Salonek Concrete and Construction of Springfield is expected to begin demolition work on the pool structure, after water heaters and water treatment equipment is removed. The equipment will be used in the new pool.
Harry Truman was in the White House when the pool opened in 1951. According to a Headlight-Herald article, 12-year-old Bob Burns was the first person to dive into the pool. One year earlier, City of Tracy voters approved, by a 291 to 59 margin, borrowing $35,000 to build the pool.
Major upgrades are underway for City of Tracy park playground equipment.
New equipment already installed this summer includes a swing at Legion Park, a merry-go-round at Central Park, teeter-totters at Central and Greenwood parks, and a new slide at Greenwood Park. Other playground pieces have been repaired and painted by city employees.
More upgrades are planned this summer.
A soccer field is mapped for Sebastian Park, and new basketball hoops and standards are envisioned at Central Park.
The improvements are badly needed, says City Administrator Audrey Koopman. In some cases, she says, old city park equipment represented potential safety hazards.
Additional park upgrades are future possibilities. A city park committee has discussed installing new, multi-station play centers at both Central Park and Sebastian Park as early as next summer. Estimated cost for each center is $25,000. The park committee has also discussed the possibility of keeping Central Park's main play center where it is, and instead making necessary improvements and additions.
Guardsmen recall Army activation 50 years ago
It was the best of times and the worst of times.
Former National Guard members of the 204th Clearing Company, 47th Viking division, shared memories of their activation 50 years ago at the height of the Korean War.
Forty-six former guardsmen attended a Saturday night banquet at the Mediterranean Club. Another comrade joined them for a Sunday picnic. Many of the old soldiers were accompanied by family members. One brought grandchildren.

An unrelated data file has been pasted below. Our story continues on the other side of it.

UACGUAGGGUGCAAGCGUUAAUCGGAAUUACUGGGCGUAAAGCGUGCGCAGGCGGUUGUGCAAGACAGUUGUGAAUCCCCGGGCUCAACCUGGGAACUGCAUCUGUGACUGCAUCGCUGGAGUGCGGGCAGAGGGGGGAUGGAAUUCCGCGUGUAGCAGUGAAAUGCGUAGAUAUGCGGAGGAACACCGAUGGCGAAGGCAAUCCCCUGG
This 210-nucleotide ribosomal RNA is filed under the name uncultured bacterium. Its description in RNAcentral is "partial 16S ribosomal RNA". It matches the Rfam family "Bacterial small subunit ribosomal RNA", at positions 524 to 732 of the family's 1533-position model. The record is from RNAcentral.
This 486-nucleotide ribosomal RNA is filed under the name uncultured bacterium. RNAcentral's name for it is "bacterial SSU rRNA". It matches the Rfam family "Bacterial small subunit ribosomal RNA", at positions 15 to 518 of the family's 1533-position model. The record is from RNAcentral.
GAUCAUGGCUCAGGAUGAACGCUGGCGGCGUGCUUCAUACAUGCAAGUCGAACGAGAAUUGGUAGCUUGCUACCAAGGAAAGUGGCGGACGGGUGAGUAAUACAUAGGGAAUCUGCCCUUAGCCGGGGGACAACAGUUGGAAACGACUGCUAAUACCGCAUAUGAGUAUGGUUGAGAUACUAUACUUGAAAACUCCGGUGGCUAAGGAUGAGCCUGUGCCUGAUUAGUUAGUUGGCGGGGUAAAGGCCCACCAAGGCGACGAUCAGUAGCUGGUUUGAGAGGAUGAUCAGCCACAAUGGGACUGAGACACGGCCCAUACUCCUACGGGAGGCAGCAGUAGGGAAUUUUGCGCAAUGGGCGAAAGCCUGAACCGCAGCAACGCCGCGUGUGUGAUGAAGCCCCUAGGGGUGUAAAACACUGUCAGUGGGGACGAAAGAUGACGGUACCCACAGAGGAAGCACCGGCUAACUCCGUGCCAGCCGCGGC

On January 23, 1951, 93 Tracy area National guardsmen boarded a frigid train in Tracy, bound for Fort Rucker, Alabama. Two of Tracy's four doctors--Major Robert Remsberg and Captain Lyle M. Benson--were amond those activated. The temperature was minus 23 degrees as young wives, girl friends, mothers, dads and firends waved good-bye. Because the passenger cars were frozen up, after being inexplicably disconnected from their steam locomotive, the men endured a trip without heat until they reached Louisville, Kentucky.
Of the 93 guardsmen who left Tracy, 32 are deceased. Special tribute was given to these men at the program.
Elaine Fischer is grand champion exhibitor
"For the Love of Flowers . . . I'd" was the theme for the United Methodist Church Women's annual flower show last week.
About 285 people attended the flower show this year. Thirty-eight exhibitors entered 147 items.
The flower show is intended to be the church's gift to the community, said organizer Jackie Deal. The flower show was started 62 years ago, when a pastor saw it as a need to beautify the community by encouraging the raising of flowers.
"We felt it was a successful day," said Deal.